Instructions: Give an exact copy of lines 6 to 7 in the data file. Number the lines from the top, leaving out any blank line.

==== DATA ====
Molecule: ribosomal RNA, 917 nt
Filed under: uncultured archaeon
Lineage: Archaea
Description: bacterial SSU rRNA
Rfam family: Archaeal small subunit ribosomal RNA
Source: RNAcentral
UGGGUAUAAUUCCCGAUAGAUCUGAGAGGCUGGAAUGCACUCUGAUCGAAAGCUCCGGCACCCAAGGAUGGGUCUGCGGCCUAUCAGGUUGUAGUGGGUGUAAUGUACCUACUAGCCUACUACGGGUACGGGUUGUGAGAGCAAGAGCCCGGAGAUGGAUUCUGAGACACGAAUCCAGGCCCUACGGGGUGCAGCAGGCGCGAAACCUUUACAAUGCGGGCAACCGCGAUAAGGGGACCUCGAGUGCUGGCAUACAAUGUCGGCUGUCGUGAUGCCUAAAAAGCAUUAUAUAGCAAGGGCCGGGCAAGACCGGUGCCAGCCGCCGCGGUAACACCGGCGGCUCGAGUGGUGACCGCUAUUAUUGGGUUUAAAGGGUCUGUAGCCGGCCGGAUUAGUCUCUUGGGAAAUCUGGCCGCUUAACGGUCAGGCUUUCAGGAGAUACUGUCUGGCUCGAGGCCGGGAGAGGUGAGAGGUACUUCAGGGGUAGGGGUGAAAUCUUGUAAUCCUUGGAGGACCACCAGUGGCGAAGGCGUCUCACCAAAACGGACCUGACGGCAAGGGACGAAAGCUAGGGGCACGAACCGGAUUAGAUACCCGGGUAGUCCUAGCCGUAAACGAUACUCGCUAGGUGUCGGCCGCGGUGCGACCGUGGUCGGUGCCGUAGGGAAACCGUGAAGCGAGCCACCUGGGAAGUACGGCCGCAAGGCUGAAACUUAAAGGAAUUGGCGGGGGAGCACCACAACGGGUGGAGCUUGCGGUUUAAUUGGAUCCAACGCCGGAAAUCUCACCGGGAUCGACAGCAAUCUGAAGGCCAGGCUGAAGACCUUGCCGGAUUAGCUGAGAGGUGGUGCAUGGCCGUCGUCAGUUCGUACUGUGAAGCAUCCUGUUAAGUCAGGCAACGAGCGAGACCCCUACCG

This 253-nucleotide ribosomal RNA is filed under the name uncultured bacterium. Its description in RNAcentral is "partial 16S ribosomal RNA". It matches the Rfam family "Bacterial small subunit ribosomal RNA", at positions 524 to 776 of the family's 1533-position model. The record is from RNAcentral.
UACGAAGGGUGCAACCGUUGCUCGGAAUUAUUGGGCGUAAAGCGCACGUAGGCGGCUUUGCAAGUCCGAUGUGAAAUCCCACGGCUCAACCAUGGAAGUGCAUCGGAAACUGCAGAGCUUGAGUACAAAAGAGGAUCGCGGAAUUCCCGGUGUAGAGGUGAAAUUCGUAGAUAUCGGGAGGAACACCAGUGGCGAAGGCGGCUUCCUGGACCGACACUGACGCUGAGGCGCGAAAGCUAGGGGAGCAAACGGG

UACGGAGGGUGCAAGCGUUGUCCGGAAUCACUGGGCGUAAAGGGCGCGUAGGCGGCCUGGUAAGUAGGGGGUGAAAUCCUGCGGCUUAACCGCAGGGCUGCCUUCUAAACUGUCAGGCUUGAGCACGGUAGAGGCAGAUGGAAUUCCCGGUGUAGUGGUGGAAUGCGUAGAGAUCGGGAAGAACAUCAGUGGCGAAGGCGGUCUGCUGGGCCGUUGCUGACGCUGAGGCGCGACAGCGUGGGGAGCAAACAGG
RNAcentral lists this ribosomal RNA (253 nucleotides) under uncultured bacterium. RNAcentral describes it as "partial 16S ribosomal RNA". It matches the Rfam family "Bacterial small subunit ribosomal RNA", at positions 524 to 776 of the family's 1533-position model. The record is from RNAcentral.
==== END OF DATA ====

Source: RNAcentral
UGGGUAUAAUUCCCGAUAGAUCUGAGAGGCUGGAAUGCACUCUGAUCGAAAGCUCCGGCACCCAAGGAUGGGUCUGCGGCCUAUCAGGUUGUAGUGGGUGUAAUGUACCUACUAGCCUACUACGGGUACGGGUUGUGAGAGCAAGAGCCCGGAGAUGGAUUCUGAGACACGAAUCCAGGCCCUACGGGGUGCAGCAGGCGCGAAACCUUUACAAUGCGGGCAACCGCGAUAAGGGGACCUCGAGUGCUGGCAUACAAUGUCGGCUGUCGUGAUGCCUAAAAAGCAUUAUAUAGCAAGGGCCGGGCAAGACCGGUGCCAGCCGCCGCGGUAACACCGGCGGCUCGAGUGGUGACCGCUAUUAUUGGGUUUAAAGGGUCUGUAGCCGGCCGGAUUAGUCUCUUGGGAAAUCUGGCCGCUUAACGGUCAGGCUUUCAGGAGAUACUGUCUGGCUCGAGGCCGGGAGAGGUGAGAGGUACUUCAGGGGUAGGGGUGAAAUCUUGUAAUCCUUGGAGGACCACCAGUGGCGAAGGCGUCUCACCAAAACGGACCUGACGGCAAGGGACGAAAGCUAGGGGCACGAACCGGAUUAGAUACCCGGGUAGUCCUAGCCGUAAACGAUACUCGCUAGGUGUCGGCCGCGGUGCGACCGUGGUCGGUGCCGUAGGGAAACCGUGAAGCGAGCCACCUGGGAAGUACGGCCGCAAGGCUGAAACUUAAAGGAAUUGGCGGGGGAGCACCACAACGGGUGGAGCUUGCGGUUUAAUUGGAUCCAACGCCGGAAAUCUCACCGGGAUCGACAGCAAUCUGAAGGCCAGGCUGAAGACCUUGCCGGAUUAGCUGAGAGGUGGUGCAUGGCCGUCGUCAGUUCGUACUGUGAAGCAUCCUGUUAAGUCAGGCAACGAGCGAGACCCCUACCG